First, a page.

Among the most most important features of Vim, the popular vi-compatible editor, are the plugins used to extend its functionality. Most Vim plugins are written in Vimscript, Vim’s built-in scripting language. Support was added in Vim 7 for plugins also written in Python, Ruby, and Perl. I wanted to use a Vim plugin written in Python on my 64-bit Windows 7 system and was surprised by how difficult it was.
Although Vim versions later than 7 can support plugins written in other languages, that support has to be compiled into the copy of Vim you use. One way you can tell is to display version information by using the version command:
It will display a whole screen of information about your Vim version and what options were used when it was compiled. If your version has Python support then you should see +python,+python3, +python/dyn, or +python3/dyn. If you don’t, or if you see those options with a minus sign instead of plus (such as -python), then Python plugins aren’t enabled. Another way to test this is by using the has command to try options individually, such as:
You should see 1 if Python is enabled, 0 if it isn’t.
The version of Vim I had installed was the standard Windows version available at vim.org. Suprisingly, this version does not appear to have Python support compiled in. So if you want support for Python plugins, the only options are to compile your own version or use a different distribution.
I decided to use tuxproject.de.nyud.net/projects/vim, which has the most current version of Vim with plugin support enabled.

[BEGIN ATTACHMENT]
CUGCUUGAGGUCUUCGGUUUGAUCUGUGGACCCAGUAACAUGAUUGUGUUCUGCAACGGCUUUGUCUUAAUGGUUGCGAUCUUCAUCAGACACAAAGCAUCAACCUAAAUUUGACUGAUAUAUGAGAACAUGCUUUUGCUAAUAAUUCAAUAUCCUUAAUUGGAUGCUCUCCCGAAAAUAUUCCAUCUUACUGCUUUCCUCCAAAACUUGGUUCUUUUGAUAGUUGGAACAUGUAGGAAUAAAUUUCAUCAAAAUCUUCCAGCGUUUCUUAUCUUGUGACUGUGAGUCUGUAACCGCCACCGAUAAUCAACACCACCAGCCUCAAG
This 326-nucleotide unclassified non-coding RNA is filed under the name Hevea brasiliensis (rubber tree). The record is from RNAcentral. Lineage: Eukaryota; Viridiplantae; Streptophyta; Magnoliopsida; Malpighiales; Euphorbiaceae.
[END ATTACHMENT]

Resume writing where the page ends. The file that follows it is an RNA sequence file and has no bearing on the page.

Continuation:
(Another option would be to use the 64-bit Vim at code.google.com/p/vim-win3264, but that version hasn’t been updated in quite a while.)
I have a special directory that I use for portable applications. After uninstalling my existing version of Vim, I extracted the new version I downloaded into that directory. (The Vim directory must be named vim73.)
That was about all it took to setup my new version of Vim. My existing _vimrc was picked up automatically. I did need to manually edit my batch file (vi.bat) pointing to vim.exe.
Vim comes with an installer named install.exe which you can use to add Vim to the start menu, create a desktop icon, and perform a few other installation functions. If you want to run it, you’ll find it easier if you first change the name to something other than install.exe (such as i.exe). Windows assumes files named install are installers and treats them differently from other programs, which really isn’t what you want here.
At this point, I had a version of Vim which could support Python plugins. But I had one additional problem. I had a 64-bit version of Python installed, which 32-bit Vim couldn’t see. I solved this by uninstalling my 64-bit version of Python and installing the 32-bit version.
By following these steps, I ended up with a version of Vim that works with Python plugins. You can verify this by trying the python command within Vim:
:python print('Hello world')